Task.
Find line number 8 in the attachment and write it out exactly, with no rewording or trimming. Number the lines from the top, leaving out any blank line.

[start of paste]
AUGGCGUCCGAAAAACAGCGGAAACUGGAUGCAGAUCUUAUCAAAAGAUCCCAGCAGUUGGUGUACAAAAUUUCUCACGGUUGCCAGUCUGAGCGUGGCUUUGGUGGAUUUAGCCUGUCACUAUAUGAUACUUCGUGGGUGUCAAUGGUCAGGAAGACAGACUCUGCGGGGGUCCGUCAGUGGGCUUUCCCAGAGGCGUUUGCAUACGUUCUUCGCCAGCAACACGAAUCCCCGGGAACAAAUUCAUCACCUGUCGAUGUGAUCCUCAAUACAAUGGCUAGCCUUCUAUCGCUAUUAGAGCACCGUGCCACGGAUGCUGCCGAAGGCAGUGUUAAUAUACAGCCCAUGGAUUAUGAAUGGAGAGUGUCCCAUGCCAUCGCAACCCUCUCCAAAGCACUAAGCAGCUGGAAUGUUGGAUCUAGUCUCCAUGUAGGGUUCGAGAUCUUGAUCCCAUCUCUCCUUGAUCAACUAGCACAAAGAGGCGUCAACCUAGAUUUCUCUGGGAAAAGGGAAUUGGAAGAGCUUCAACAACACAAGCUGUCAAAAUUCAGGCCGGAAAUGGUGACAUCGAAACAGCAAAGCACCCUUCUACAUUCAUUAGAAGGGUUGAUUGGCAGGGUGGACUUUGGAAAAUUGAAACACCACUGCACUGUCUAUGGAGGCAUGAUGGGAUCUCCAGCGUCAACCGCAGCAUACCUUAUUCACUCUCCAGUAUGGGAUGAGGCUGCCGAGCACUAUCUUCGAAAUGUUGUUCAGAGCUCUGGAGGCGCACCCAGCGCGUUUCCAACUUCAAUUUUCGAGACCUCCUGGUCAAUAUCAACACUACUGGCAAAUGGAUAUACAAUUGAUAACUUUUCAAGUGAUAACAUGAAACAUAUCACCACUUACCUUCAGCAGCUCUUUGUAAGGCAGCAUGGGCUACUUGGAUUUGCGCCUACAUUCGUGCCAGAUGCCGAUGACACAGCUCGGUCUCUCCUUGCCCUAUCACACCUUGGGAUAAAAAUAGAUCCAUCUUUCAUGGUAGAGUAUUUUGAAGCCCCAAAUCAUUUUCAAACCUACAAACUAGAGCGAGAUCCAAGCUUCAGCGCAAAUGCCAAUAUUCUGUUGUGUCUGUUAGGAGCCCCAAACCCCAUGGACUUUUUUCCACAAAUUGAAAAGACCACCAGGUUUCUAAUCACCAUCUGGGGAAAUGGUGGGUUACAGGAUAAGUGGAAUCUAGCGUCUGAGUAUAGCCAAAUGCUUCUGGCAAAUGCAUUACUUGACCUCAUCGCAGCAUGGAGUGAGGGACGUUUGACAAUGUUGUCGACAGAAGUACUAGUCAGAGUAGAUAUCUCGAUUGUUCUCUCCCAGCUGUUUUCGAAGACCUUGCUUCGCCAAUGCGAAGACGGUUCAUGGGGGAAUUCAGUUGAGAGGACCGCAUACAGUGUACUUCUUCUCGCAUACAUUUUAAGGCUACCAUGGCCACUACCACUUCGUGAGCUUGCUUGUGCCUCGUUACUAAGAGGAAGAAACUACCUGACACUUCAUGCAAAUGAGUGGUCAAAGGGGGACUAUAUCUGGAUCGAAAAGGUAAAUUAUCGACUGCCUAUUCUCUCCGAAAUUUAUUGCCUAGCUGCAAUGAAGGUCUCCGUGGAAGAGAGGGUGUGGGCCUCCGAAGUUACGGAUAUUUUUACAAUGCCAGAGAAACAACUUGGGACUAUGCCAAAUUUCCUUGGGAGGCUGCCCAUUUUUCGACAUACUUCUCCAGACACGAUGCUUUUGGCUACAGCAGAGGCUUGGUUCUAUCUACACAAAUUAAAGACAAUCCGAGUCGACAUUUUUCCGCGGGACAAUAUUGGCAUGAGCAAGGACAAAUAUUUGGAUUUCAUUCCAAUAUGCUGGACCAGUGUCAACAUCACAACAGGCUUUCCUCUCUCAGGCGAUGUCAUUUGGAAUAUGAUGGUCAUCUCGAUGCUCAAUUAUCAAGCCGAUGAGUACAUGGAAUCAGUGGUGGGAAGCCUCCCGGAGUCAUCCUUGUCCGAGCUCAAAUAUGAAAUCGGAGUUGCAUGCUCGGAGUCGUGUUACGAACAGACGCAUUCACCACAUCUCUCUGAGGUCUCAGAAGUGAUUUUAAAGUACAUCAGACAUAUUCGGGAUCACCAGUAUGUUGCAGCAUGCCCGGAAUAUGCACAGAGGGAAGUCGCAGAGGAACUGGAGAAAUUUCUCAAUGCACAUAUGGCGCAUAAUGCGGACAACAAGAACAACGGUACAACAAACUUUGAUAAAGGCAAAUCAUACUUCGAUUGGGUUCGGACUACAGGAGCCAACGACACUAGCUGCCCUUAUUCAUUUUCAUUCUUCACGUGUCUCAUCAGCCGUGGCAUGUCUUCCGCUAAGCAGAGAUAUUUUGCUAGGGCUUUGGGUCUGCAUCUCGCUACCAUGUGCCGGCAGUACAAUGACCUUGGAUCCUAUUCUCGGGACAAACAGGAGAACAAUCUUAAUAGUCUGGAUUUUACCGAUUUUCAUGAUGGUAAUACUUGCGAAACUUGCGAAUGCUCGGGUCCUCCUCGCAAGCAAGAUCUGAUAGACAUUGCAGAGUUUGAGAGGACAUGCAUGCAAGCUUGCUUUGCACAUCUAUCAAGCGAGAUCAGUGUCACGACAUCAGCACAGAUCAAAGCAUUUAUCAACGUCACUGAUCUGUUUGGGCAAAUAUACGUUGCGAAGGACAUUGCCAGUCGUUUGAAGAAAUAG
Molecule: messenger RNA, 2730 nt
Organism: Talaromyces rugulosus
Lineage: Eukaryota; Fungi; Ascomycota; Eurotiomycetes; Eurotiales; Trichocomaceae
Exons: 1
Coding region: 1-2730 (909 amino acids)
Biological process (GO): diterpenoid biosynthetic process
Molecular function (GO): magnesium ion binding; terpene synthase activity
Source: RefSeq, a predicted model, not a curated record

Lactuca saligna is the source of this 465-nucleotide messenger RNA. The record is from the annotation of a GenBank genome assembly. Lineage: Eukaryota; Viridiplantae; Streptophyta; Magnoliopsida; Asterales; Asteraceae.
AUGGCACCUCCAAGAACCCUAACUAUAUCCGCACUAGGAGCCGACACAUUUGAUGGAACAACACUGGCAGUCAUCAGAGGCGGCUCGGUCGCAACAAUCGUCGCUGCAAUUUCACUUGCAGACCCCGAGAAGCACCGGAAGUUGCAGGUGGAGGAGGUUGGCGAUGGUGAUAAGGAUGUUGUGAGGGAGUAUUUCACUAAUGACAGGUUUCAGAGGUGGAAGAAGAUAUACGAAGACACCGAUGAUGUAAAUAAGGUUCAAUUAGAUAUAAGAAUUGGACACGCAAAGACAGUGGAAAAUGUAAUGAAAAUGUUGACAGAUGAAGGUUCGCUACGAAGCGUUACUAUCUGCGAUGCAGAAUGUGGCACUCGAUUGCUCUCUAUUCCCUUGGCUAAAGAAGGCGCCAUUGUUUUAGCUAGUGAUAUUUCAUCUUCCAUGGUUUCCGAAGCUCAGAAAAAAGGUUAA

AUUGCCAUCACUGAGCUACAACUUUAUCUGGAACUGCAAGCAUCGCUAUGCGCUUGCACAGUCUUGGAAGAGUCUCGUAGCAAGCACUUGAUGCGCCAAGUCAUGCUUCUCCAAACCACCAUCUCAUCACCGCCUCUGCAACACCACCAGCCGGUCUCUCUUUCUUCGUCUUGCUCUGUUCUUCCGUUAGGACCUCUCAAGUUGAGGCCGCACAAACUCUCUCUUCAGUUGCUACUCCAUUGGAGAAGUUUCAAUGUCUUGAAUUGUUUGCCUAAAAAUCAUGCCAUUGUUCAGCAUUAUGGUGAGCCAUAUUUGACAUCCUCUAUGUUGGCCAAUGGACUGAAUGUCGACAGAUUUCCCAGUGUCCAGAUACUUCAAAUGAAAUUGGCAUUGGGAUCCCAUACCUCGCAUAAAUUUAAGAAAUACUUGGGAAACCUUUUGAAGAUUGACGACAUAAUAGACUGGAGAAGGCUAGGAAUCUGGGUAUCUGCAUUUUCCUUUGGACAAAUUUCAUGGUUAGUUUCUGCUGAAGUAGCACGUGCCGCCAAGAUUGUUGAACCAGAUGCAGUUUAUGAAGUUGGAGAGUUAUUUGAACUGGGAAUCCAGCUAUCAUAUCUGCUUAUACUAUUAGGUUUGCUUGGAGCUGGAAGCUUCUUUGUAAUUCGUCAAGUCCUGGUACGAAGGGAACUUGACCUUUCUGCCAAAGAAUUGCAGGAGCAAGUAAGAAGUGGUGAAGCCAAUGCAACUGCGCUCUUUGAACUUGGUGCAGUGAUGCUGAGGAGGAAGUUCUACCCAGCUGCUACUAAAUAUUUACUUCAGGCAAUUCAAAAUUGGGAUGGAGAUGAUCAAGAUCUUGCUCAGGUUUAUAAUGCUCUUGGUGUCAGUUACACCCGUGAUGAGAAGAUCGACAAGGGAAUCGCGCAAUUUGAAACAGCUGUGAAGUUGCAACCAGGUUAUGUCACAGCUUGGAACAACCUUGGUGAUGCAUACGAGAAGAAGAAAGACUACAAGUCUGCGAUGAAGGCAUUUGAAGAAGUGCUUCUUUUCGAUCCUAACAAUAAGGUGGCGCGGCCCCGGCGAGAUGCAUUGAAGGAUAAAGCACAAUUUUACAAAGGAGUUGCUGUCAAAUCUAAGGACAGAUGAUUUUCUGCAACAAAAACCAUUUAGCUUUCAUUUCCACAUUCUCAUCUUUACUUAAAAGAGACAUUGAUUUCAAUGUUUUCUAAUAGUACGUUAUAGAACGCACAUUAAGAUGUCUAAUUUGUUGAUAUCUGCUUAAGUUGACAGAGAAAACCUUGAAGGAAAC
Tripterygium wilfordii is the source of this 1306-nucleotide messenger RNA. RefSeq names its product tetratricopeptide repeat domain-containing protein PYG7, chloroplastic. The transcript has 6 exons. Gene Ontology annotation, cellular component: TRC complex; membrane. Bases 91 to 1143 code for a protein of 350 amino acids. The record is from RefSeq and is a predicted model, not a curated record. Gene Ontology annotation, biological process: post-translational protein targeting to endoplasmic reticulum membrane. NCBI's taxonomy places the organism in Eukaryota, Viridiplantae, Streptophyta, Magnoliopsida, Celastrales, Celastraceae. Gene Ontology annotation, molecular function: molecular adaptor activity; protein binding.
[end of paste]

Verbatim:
Molecular function (GO): magnesium ion binding; terpene synthase activity